If you tapped the thin Book Navigator, it expanded. You could then scroll through the whole book and see all of its parts and chapters. A few design details of note:

  • Title pages of book parts were wider than chapters so they ‘jumped out’ a little (like Goede dagen in the above screenshots).
  • Chapters were visualized based on size, so for longer chapters, the blocks would be longer too. This helped you understand, in that embodied/spatial sense, the type of book you’re reading (many short chapters? Only a few long ones? Divided into 5 rigid parts?), as well as the chapter you’re in (is it a typical chapter? Is it almost over?).

You could also tap a part or chapter label, or tap within the chapter blocks, to navigate to that location. Once you did, you could choose to either go back to where you started (with the big button at the bottom or the ‘you are here’ label on the Book Navigator itself), or read from that point. Helping you be more aware of your position, and conscious of potentially leaving it.

Finally, there was a small book cover at the top to remind you what you were reading. This actually came up in user research a lot: When people are reflecting on what they’re reading, they like to peek at the (paper) book cover from time to time. So we made it possible digitally, too!

Issues and requests

As people tried the Book Navigator, and we lived with it ourselves, we collected some frequent issues and popular requests:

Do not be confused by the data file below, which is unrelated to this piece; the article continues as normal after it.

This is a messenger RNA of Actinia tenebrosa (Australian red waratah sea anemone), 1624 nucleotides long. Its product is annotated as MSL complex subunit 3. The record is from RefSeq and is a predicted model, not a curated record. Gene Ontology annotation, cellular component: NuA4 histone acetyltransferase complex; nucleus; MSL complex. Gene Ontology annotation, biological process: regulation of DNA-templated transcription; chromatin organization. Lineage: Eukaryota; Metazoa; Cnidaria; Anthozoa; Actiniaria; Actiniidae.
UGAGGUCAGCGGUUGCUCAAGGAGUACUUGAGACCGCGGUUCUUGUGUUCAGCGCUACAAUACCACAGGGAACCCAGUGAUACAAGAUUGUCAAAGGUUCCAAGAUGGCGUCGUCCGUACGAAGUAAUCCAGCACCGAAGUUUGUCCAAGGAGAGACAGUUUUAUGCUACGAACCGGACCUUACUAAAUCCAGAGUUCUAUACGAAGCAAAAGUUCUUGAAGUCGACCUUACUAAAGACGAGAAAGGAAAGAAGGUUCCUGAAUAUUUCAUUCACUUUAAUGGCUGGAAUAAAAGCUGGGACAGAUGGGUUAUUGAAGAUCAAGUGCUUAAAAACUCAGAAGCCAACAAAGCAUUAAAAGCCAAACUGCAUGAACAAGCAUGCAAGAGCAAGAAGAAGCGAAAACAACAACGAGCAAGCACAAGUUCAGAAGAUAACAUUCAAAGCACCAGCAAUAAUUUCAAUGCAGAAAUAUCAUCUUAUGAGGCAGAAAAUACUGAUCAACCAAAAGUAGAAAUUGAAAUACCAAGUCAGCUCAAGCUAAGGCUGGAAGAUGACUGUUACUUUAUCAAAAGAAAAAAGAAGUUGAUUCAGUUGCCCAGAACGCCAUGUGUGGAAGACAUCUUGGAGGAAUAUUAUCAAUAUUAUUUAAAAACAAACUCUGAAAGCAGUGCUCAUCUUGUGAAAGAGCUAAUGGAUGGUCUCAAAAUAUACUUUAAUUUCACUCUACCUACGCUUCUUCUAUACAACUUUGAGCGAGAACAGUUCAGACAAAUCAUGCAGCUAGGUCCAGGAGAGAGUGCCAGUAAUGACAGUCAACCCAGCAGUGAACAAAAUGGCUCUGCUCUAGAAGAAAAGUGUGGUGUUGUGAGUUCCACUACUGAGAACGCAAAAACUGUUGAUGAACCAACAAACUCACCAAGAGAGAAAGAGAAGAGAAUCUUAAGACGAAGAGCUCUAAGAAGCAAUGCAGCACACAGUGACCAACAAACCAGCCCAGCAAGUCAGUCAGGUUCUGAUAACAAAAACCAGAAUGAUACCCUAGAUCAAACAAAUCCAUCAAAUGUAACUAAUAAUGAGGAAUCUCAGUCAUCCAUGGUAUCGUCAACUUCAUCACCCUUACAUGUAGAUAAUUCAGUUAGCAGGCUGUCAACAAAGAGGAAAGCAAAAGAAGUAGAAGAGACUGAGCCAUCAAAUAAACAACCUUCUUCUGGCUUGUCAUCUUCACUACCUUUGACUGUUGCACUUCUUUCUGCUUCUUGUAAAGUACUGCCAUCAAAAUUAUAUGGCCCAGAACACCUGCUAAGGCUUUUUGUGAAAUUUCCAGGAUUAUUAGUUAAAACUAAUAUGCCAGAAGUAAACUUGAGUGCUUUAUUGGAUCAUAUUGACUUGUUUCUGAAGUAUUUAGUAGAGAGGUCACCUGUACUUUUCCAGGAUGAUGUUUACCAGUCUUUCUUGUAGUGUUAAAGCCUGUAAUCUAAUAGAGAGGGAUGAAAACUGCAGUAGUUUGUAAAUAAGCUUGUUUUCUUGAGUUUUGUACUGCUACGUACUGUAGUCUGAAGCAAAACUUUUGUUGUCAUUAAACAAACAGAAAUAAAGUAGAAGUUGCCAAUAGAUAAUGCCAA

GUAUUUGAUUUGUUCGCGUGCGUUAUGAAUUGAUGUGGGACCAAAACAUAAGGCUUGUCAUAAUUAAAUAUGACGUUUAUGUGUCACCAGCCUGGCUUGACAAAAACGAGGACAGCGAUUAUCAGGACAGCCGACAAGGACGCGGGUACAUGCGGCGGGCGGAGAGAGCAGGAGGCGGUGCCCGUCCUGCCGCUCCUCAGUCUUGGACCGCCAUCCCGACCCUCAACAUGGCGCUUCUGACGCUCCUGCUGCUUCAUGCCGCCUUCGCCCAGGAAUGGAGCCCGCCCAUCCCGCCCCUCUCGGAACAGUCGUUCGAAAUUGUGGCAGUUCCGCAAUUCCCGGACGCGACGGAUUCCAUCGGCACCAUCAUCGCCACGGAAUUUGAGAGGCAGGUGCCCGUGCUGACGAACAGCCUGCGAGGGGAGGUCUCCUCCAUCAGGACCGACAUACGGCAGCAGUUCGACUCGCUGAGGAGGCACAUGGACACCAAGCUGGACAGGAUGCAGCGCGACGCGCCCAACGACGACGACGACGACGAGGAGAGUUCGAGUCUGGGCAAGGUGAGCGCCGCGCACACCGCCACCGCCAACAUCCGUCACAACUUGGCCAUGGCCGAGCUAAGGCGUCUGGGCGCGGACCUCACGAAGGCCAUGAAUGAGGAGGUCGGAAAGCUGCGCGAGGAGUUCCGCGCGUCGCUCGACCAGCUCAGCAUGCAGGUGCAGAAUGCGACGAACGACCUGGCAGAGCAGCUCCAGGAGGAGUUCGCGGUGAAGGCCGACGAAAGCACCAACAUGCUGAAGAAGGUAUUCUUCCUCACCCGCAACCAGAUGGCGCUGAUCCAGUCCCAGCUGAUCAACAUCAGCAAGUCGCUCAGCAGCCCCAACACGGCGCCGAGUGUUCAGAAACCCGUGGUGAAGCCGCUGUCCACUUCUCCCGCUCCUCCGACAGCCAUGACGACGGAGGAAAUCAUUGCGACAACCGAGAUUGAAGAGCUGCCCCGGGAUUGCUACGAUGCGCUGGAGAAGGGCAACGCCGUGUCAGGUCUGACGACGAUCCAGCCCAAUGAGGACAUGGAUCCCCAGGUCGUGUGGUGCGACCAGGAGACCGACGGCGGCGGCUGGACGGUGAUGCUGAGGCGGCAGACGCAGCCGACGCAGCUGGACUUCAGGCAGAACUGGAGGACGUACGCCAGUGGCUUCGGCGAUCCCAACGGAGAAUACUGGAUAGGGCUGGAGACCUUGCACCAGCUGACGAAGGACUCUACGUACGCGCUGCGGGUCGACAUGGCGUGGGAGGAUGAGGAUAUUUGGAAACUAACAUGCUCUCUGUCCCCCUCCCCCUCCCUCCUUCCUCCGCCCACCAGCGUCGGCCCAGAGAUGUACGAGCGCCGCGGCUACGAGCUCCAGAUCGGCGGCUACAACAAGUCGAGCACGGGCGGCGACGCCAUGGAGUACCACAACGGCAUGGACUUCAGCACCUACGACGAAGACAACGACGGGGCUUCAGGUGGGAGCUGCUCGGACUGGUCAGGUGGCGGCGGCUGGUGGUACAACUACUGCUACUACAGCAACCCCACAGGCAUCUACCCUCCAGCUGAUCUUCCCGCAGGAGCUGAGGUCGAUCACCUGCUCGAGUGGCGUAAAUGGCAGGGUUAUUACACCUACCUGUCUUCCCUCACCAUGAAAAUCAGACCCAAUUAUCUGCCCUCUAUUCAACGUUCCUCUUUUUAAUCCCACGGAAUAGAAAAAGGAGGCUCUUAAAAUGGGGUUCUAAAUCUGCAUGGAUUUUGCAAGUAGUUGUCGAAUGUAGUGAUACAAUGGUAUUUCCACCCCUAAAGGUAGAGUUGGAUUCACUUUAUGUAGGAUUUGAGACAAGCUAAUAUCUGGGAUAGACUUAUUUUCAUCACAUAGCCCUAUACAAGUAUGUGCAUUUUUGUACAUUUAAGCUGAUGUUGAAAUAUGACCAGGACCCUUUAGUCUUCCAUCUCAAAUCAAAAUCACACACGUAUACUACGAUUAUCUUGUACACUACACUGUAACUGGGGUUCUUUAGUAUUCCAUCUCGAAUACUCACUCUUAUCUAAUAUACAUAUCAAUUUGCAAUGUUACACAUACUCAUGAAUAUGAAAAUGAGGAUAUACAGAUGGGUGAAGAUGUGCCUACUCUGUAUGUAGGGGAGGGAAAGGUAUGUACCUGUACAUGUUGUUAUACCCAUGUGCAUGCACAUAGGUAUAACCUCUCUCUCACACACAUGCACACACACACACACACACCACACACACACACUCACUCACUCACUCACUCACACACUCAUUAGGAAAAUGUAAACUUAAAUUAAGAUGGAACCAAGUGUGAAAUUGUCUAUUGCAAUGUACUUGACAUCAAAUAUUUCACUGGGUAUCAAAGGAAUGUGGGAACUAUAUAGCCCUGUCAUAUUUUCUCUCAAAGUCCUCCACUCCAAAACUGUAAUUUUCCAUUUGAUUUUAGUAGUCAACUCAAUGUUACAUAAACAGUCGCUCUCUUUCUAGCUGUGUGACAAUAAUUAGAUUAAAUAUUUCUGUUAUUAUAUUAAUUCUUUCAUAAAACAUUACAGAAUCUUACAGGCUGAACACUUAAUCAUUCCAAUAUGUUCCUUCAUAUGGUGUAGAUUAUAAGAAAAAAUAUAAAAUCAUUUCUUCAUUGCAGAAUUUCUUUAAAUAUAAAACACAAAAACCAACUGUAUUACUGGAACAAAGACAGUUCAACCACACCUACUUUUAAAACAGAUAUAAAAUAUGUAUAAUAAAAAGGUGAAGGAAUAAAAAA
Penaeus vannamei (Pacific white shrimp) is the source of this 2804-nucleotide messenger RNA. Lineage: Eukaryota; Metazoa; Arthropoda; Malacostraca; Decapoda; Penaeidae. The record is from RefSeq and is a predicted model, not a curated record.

• It’s hard to get a sense of progress for the full book, as you have to scroll multiple screens to see it in its entirety.
  • I’d like to be able to ‘scrub’, flipping from page to page, to find the specific location I’m looking for.
  • I’d like to be able to take a closer look at the book cover.
  • The labels of short chapters tend to overlap, which looks messy.
  • If my previous position is off-screen, and I ‘jump back’ to it, I do go to that position but it’s out of sight.
  • On the housekeeping side of things, the first Book Navigator wasn’t as responsive as we’d like, and not as configurable. We wanted the next version to be much smoother and we wanted future customers to be able to toggle things like screen side (even offering it as an option to their readers).

New and improved

Earlier this year, we took the above feedback and started making improvements. The new Book Navigator is much snappier and more tactile, and looks like this: